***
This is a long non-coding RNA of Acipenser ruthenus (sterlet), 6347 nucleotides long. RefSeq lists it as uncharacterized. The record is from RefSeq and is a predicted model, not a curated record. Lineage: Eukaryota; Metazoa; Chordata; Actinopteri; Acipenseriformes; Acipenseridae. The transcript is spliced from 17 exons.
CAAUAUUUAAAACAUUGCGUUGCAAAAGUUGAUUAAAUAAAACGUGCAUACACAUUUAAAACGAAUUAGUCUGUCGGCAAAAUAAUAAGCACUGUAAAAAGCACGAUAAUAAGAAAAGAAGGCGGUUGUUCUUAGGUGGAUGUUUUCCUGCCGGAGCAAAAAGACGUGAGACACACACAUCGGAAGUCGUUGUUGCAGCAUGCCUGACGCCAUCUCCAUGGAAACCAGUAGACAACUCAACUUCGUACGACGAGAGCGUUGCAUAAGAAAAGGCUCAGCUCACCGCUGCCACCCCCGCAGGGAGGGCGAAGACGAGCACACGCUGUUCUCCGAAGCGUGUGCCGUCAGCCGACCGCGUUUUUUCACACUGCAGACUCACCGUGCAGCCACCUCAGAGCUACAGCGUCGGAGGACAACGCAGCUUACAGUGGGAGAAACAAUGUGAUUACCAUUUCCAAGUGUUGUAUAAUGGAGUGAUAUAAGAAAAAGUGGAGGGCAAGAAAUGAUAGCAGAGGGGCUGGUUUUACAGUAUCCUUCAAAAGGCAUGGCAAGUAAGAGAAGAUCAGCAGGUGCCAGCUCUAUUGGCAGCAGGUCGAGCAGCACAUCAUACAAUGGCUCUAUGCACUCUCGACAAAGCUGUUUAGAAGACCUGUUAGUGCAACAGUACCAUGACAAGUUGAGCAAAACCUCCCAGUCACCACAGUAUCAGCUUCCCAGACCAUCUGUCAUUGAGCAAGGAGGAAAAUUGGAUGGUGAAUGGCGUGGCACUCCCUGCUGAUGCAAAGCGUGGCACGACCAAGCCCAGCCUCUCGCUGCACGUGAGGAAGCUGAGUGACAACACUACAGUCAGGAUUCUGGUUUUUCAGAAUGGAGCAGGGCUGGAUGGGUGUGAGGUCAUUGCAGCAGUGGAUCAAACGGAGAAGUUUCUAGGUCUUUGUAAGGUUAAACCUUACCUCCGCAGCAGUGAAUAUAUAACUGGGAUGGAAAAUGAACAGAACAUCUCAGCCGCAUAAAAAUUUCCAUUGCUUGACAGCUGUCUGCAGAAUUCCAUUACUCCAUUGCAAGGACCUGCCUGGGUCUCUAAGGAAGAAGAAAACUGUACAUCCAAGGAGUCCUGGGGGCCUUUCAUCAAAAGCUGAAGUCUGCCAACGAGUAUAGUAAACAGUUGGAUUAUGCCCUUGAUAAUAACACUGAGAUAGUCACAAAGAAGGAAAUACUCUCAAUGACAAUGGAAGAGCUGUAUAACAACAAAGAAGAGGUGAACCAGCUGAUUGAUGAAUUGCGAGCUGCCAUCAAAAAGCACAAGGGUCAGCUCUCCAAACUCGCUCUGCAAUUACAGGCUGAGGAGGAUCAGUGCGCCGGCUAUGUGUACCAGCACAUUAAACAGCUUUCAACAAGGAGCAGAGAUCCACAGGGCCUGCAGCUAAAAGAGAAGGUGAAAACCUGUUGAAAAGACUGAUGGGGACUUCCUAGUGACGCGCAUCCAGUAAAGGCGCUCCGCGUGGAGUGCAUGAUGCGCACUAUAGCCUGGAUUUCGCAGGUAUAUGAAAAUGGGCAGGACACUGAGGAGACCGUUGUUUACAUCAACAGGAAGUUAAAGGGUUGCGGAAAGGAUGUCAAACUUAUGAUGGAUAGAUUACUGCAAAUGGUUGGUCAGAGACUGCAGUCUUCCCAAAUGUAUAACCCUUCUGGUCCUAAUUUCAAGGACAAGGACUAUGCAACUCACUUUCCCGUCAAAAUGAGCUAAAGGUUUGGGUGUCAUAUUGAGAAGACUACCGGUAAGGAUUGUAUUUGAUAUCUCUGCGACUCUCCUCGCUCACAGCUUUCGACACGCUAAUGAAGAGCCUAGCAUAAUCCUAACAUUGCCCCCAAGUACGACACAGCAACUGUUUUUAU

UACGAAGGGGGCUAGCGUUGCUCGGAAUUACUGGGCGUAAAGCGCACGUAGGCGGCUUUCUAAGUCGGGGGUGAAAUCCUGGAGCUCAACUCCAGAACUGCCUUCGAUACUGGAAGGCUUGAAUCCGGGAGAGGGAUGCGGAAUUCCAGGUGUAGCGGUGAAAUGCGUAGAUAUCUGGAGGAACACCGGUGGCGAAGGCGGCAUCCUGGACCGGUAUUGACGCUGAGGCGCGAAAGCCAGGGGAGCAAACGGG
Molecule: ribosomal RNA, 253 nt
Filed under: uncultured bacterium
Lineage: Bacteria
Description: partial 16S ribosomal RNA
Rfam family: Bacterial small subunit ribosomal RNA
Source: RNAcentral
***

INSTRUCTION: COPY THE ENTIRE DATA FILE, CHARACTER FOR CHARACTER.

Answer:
This is a long non-coding RNA of Acipenser ruthenus (sterlet), 6347 nucleotides long. RefSeq lists it as uncharacterized. The record is from RefSeq and is a predicted model, not a curated record. Lineage: Eukaryota; Metazoa; Chordata; Actinopteri; Acipenseriformes; Acipenseridae. The transcript is spliced from 17 exons.
CAAUAUUUAAAACAUUGCGUUGCAAAAGUUGAUUAAAUAAAACGUGCAUACACAUUUAAAACGAAUUAGUCUGUCGGCAAAAUAAUAAGCACUGUAAAAAGCACGAUAAUAAGAAAAGAAGGCGGUUGUUCUUAGGUGGAUGUUUUCCUGCCGGAGCAAAAAGACGUGAGACACACACAUCGGAAGUCGUUGUUGCAGCAUGCCUGACGCCAUCUCCAUGGAAACCAGUAGACAACUCAACUUCGUACGACGAGAGCGUUGCAUAAGAAAAGGCUCAGCUCACCGCUGCCACCCCCGCAGGGAGGGCGAAGACGAGCACACGCUGUUCUCCGAAGCGUGUGCCGUCAGCCGACCGCGUUUUUUCACACUGCAGACUCACCGUGCAGCCACCUCAGAGCUACAGCGUCGGAGGACAACGCAGCUUACAGUGGGAGAAACAAUGUGAUUACCAUUUCCAAGUGUUGUAUAAUGGAGUGAUAUAAGAAAAAGUGGAGGGCAAGAAAUGAUAGCAGAGGGGCUGGUUUUACAGUAUCCUUCAAAAGGCAUGGCAAGUAAGAGAAGAUCAGCAGGUGCCAGCUCUAUUGGCAGCAGGUCGAGCAGCACAUCAUACAAUGGCUCUAUGCACUCUCGACAAAGCUGUUUAGAAGACCUGUUAGUGCAACAGUACCAUGACAAGUUGAGCAAAACCUCCCAGUCACCACAGUAUCAGCUUCCCAGACCAUCUGUCAUUGAGCAAGGAGGAAAAUUGGAUGGUGAAUGGCGUGGCACUCCCUGCUGAUGCAAAGCGUGGCACGACCAAGCCCAGCCUCUCGCUGCACGUGAGGAAGCUGAGUGACAACACUACAGUCAGGAUUCUGGUUUUUCAGAAUGGAGCAGGGCUGGAUGGGUGUGAGGUCAUUGCAGCAGUGGAUCAAACGGAGAAGUUUCUAGGUCUUUGUAAGGUUAAACCUUACCUCCGCAGCAGUGAAUAUAUAACUGGGAUGGAAAAUGAACAGAACAUCUCAGCCGCAUAAAAAUUUCCAUUGCUUGACAGCUGUCUGCAGAAUUCCAUUACUCCAUUGCAAGGACCUGCCUGGGUCUCUAAGGAAGAAGAAAACUGUACAUCCAAGGAGUCCUGGGGGCCUUUCAUCAAAAGCUGAAGUCUGCCAACGAGUAUAGUAAACAGUUGGAUUAUGCCCUUGAUAAUAACACUGAGAUAGUCACAAAGAAGGAAAUACUCUCAAUGACAAUGGAAGAGCUGUAUAACAACAAAGAAGAGGUGAACCAGCUGAUUGAUGAAUUGCGAGCUGCCAUCAAAAAGCACAAGGGUCAGCUCUCCAAACUCGCUCUGCAAUUACAGGCUGAGGAGGAUCAGUGCGCCGGCUAUGUGUACCAGCACAUUAAACAGCUUUCAACAAGGAGCAGAGAUCCACAGGGCCUGCAGCUAAAAGAGAAGGUGAAAACCUGUUGAAAAGACUGAUGGGGACUUCCUAGUGACGCGCAUCCAGUAAAGGCGCUCCGCGUGGAGUGCAUGAUGCGCACUAUAGCCUGGAUUUCGCAGGUAUAUGAAAAUGGGCAGGACACUGAGGAGACCGUUGUUUACAUCAACAGGAAGUUAAAGGGUUGCGGAAAGGAUGUCAAACUUAUGAUGGAUAGAUUACUGCAAAUGGUUGGUCAGAGACUGCAGUCUUCCCAAAUGUAUAACCCUUCUGGUCCUAAUUUCAAGGACAAGGACUAUGCAACUCACUUUCCCGUCAAAAUGAGCUAAAGGUUUGGGUGUCAUAUUGAGAAGACUACCGGUAAGGAUUGUAUUUGAUAUCUCUGCGACUCUCCUCGCUCACAGCUUUCGACACGCUAAUGAAGAGCCUAGCAUAAUCCUAACAUUGCCCCCAAGUACGACACAGCAACUGUUUUUAU

UACGAAGGGGGCUAGCGUUGCUCGGAAUUACUGGGCGUAAAGCGCACGUAGGCGGCUUUCUAAGUCGGGGGUGAAAUCCUGGAGCUCAACUCCAGAACUGCCUUCGAUACUGGAAGGCUUGAAUCCGGGAGAGGGAUGCGGAAUUCCAGGUGUAGCGGUGAAAUGCGUAGAUAUCUGGAGGAACACCGGUGGCGAAGGCGGCAUCCUGGACCGGUAUUGACGCUGAGGCGCGAAAGCCAGGGGAGCAAACGGG
Molecule: ribosomal RNA, 253 nt
Filed under: uncultured bacterium
Lineage: Bacteria
Description: partial 16S ribosomal RNA
Rfam family: Bacterial small subunit ribosomal RNA
Source: RNAcentral